Global Accessibility Awareness Day

Maureen Holland

Last Thursday, we celebrated Global Accessibility Awareness Day (GAAD)!

The purpose of GAAD is to get everyone talking, thinking and learning about digital access and inclusion, and the more than One Billion people with disabilities/impairments.

Practically speaking, this means taking an hour out of your usual schedule to dedicate to accessibility in some way: adding captions to video content, fixing inaccessible names in code, learning about the assistive technology browsing experience, reading about touch targets… The list goes on and on. It’s a bit overwhelming. Where do you start?

Start anywhere

At a company meeting, raise the topic of marking Global Accessibility Awareness Day in some way. People will start having ideas about what you can do. Write them down. You will have too many ideas. This is a good problem. Look at those ideas later and decide what makes the most sense for your situation.

This year, we decided to focus on education. To avoid placing too much pressure on volunteer speakers and to cover a wide range of subjects in an hour, we chose a “lightning talk” format. 5 minutes. No waiting.

Nine screenshots of slideshows on accessibility topics including WCAG, Links and Buttons, Accessibility in our hiring process, and other accessibility tools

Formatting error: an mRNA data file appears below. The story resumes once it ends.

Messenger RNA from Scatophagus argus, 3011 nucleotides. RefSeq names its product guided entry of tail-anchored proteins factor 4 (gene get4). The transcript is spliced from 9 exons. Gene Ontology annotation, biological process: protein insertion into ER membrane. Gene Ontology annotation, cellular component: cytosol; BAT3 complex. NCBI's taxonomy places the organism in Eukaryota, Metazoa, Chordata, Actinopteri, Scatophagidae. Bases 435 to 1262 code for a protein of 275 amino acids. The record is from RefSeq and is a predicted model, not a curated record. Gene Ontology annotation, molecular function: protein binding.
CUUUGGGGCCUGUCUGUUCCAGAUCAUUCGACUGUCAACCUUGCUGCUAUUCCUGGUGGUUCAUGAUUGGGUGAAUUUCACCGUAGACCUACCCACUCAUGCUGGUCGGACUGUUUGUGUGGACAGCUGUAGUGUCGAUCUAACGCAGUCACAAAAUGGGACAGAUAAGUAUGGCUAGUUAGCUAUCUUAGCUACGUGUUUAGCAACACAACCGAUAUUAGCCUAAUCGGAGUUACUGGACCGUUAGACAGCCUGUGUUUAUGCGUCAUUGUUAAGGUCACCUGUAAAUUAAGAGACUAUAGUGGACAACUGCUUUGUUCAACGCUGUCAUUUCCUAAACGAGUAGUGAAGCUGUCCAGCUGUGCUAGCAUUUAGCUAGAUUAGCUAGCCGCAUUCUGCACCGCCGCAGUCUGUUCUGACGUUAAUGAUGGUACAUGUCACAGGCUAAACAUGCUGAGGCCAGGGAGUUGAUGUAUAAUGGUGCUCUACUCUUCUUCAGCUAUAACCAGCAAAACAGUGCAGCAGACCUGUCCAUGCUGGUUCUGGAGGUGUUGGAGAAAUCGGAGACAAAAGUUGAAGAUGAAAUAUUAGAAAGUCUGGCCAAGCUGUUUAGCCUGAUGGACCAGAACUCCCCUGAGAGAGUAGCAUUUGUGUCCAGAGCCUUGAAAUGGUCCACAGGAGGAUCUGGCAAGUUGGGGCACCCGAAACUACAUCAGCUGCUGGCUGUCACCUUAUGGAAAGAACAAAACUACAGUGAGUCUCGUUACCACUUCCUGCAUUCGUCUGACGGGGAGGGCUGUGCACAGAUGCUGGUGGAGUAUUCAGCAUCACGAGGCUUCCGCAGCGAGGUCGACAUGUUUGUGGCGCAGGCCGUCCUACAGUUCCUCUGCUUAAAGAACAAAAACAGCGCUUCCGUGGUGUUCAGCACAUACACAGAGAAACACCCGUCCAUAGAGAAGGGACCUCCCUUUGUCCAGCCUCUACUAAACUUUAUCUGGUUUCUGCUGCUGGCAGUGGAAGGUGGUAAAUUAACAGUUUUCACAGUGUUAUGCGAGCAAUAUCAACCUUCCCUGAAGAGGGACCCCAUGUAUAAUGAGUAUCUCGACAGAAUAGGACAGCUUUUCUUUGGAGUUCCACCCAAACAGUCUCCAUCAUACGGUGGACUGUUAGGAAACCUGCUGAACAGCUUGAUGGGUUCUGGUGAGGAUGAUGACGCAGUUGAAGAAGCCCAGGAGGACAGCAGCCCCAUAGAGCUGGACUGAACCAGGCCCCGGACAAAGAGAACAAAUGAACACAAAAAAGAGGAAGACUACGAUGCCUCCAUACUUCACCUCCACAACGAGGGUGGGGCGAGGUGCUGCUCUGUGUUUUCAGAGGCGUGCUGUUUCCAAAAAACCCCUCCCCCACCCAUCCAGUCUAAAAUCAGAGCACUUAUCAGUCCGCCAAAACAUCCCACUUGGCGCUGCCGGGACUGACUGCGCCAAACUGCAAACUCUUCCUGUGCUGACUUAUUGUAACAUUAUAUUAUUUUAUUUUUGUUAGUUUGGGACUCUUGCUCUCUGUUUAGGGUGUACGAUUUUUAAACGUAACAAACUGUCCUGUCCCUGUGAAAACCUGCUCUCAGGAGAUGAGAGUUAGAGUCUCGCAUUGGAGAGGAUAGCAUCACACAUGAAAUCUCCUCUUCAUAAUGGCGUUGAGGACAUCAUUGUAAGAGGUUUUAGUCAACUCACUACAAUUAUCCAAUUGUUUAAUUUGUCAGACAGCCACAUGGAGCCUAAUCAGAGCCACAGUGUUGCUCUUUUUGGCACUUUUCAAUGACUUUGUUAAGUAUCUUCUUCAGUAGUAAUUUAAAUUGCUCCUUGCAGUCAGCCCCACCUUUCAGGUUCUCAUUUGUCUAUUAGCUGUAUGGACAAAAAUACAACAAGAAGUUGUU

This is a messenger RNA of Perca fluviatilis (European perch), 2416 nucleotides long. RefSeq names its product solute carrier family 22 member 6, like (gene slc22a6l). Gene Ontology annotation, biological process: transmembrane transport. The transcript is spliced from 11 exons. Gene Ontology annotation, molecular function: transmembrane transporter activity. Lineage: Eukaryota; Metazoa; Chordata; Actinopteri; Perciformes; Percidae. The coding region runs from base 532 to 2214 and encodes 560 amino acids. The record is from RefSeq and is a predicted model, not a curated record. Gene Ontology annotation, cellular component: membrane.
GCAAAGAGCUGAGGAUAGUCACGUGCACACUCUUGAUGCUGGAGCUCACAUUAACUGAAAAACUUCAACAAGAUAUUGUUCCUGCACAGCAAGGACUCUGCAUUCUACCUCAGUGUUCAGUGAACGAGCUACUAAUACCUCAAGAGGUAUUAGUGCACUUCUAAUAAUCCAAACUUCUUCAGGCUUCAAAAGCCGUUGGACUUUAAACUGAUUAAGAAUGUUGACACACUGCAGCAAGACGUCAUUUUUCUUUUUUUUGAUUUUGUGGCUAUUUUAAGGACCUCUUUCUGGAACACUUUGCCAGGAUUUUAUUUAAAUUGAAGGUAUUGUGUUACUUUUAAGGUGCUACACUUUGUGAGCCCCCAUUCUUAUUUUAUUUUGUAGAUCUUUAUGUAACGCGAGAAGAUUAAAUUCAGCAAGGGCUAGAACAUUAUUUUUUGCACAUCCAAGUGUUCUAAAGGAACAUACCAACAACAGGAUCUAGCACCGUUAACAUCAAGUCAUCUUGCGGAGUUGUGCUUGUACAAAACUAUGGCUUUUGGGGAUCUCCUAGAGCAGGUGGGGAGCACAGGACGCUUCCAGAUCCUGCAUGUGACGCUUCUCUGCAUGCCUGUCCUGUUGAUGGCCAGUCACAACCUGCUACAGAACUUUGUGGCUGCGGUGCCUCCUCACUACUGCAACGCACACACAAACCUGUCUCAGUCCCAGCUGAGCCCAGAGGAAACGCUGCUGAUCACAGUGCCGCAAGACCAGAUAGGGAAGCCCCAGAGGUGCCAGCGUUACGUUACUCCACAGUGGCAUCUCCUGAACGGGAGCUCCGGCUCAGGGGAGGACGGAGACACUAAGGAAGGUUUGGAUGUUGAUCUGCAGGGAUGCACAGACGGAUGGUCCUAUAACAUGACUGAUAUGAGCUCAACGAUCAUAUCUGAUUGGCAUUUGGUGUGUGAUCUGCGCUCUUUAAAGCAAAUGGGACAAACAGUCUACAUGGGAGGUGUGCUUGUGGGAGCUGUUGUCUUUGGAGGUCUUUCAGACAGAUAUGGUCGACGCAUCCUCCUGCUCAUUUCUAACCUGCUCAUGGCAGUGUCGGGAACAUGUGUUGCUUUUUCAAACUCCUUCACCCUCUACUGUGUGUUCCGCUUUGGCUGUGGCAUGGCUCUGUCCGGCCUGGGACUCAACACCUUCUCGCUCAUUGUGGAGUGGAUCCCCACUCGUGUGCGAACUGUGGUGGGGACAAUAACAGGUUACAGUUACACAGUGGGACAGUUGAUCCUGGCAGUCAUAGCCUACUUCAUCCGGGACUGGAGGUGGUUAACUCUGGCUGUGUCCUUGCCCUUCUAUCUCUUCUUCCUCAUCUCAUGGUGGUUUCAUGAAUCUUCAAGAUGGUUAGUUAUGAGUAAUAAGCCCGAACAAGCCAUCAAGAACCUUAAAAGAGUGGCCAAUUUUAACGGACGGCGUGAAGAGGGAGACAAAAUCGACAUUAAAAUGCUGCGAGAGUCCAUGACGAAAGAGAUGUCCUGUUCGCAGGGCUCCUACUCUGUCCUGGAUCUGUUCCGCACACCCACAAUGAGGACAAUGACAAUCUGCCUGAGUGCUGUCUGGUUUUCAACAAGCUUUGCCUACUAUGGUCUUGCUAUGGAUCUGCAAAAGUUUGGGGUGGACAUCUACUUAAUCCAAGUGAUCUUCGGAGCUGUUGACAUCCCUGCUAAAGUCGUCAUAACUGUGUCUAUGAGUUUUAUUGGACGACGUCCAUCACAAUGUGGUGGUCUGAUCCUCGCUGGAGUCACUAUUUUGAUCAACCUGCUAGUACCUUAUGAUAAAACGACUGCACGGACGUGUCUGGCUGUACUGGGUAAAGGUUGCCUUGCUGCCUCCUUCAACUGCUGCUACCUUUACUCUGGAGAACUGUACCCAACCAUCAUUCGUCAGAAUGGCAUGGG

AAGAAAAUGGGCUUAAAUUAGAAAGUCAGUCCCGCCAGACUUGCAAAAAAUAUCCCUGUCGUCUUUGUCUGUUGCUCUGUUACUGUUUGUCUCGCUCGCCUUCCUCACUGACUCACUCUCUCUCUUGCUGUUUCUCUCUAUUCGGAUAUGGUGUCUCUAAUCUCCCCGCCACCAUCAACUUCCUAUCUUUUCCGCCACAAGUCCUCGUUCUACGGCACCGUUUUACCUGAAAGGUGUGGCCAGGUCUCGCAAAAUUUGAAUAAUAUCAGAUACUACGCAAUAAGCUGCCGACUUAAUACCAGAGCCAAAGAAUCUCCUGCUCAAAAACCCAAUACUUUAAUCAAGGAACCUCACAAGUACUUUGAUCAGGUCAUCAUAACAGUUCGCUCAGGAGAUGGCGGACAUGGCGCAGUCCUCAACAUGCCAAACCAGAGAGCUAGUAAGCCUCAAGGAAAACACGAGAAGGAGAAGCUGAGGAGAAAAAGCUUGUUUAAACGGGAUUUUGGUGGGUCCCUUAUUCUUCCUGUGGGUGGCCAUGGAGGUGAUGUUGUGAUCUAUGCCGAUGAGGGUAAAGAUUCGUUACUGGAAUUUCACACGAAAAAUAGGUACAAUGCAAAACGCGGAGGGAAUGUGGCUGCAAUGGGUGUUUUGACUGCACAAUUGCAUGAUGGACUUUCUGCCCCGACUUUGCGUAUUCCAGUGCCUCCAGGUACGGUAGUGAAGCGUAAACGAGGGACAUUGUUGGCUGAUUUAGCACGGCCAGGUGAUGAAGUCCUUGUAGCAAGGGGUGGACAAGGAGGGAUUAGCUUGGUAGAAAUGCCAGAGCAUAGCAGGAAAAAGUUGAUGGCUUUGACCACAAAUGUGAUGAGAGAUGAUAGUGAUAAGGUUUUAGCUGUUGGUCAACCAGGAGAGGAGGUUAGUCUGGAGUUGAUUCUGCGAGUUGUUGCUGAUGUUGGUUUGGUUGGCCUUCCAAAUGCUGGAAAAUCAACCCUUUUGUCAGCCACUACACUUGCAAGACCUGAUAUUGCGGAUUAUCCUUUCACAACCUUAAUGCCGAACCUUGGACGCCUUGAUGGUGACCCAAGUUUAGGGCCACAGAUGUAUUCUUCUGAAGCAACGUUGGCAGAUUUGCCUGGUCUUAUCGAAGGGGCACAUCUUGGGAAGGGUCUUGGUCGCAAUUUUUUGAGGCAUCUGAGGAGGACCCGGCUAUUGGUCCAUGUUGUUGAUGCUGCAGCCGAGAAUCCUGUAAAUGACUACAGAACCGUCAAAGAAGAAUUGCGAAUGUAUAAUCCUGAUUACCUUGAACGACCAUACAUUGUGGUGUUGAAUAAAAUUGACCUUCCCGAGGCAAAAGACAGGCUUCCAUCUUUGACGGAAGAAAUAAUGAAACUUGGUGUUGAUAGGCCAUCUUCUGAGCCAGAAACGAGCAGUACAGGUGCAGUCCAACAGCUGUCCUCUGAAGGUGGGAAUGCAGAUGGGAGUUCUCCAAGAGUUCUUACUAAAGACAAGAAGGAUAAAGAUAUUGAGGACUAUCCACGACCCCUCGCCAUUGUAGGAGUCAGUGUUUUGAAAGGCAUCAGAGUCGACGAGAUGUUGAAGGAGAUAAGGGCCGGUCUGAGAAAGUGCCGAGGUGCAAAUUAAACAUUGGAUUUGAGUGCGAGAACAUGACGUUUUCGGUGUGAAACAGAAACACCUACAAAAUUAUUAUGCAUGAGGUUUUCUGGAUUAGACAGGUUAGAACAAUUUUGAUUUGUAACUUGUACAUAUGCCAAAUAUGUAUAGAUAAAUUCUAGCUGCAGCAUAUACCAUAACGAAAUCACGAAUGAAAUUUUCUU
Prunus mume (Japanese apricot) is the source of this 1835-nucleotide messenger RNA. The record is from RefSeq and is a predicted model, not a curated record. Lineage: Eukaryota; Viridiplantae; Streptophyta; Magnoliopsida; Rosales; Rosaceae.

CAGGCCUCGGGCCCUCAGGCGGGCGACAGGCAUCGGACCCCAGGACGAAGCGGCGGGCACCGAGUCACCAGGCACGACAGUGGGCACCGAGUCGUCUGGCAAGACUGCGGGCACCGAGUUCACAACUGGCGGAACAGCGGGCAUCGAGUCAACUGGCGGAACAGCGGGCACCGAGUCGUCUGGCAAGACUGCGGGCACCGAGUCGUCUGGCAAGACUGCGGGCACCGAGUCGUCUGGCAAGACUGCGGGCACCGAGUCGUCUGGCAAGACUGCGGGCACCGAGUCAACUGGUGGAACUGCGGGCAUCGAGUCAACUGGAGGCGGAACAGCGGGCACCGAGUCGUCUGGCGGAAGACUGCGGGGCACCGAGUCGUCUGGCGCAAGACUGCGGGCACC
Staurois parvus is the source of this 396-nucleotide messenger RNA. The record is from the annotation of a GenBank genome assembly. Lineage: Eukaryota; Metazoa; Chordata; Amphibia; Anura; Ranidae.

An overview of our lightning talk slides

Our line-up for 2024:

  • Accessibility in our hiring process
  • Web Content Accessibility Guidelines (WCAG)
  • Design Accessibility Tools
  • Android Accessibility Tools
  • Web Accessibility Tools
  • Readability
  • Alt text best practices
  • HyperText Markup Language (HTML)
  • Accessible Rich Internet Applications (ARIA)

On the day, with introduction and questions and wrap-up included, we had to cut the last three talks for time. They were recorded later and shared in Slack.

The entire line-up of talks was saved in a Notion Meeting page for the day.

Share what you did

You know, write a blog post or something. Seriously, there are two major benefits to this step:

  1. Accountability: Trying to explain a topic to others often helps clarify your own thinking. What did we want to get out of this hour? How did we prepare? These are questions we had to answer for ourselves before we could write this post. Also, it’s a public commitment: if we’re going to talk about accessibility, we have to build accessible products and maintain an accessible work environment.

  2. Amplification: We all heard about Global Accessibility Awareness Day from someone. This is our chance to be that someone! We hope purposefully marking this day inspires more questions about what it means to make an accessible digital product, both internally and externally.

Start again

Accessibility is never “done”. We can check off all the automated and manual tests as successes, but the real tests are with our actual users. We need to be open to feedback. We need to have processes in place to ensure that feedback results in action.

Global Accessibility Awareness Day is every year on the 3rd Thursday in May. We’ll be celebrating it again in 2025.

Any ideas on what we should do?